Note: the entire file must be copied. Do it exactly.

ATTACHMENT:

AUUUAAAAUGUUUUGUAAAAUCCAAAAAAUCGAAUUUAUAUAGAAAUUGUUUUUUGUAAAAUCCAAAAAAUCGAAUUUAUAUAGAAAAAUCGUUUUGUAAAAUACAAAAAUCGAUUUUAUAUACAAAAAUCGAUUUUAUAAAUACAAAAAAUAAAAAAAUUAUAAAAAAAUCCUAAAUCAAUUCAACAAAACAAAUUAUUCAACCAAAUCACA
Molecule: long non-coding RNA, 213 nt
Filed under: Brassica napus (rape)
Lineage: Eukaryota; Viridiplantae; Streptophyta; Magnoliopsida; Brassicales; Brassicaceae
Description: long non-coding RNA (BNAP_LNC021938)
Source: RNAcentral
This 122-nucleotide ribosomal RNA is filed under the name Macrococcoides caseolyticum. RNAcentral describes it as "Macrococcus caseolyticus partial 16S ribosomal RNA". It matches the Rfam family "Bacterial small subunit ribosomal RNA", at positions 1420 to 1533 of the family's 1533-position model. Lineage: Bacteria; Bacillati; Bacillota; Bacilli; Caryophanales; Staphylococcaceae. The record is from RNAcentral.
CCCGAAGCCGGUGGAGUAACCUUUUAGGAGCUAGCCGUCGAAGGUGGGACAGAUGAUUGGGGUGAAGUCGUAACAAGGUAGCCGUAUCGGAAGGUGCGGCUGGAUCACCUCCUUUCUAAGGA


AUUUAAAAUGUUUUGUAAAAUCCAAAAAAUCGAAUUUAUAUAGAAAUUGUUUUUUGUAAAAUCCAAAAAAUCGAAUUUAUAUAGAAAAAUCGUUUUGUAAAAUACAAAAAUCGAUUUUAUAUACAAAAAUCGAUUUUAUAAAUACAAAAAAUAAAAAAAUUAUAAAAAAAUCCUAAAUCAAUUCAACAAAACAAAUUAUUCAACCAAAUCACA
Molecule: long non-coding RNA, 213 nt
Filed under: Brassica napus (rape)
Lineage: Eukaryota; Viridiplantae; Streptophyta; Magnoliopsida; Brassicales; Brassicaceae
Description: long non-coding RNA (BNAP_LNC021938)
Source: RNAcentral
This 122-nucleotide ribosomal RNA is filed under the name Macrococcoides caseolyticum. RNAcentral describes it as "Macrococcus caseolyticus partial 16S ribosomal RNA". It matches the Rfam family "Bacterial small subunit ribosomal RNA", at positions 1420 to 1533 of the family's 1533-position model. Lineage: Bacteria; Bacillati; Bacillota; Bacilli; Caryophanales; Staphylococcaceae. The record is from RNAcentral.
CCCGAAGCCGGUGGAGUAACCUUUUAGGAGCUAGCCGUCGAAGGUGGGACAGAUGAUUGGGGUGAAGUCGUAACAAGGUAGCCGUAUCGGAAGGUGCGGCUGGAUCACCUCCUUUCUAAGGA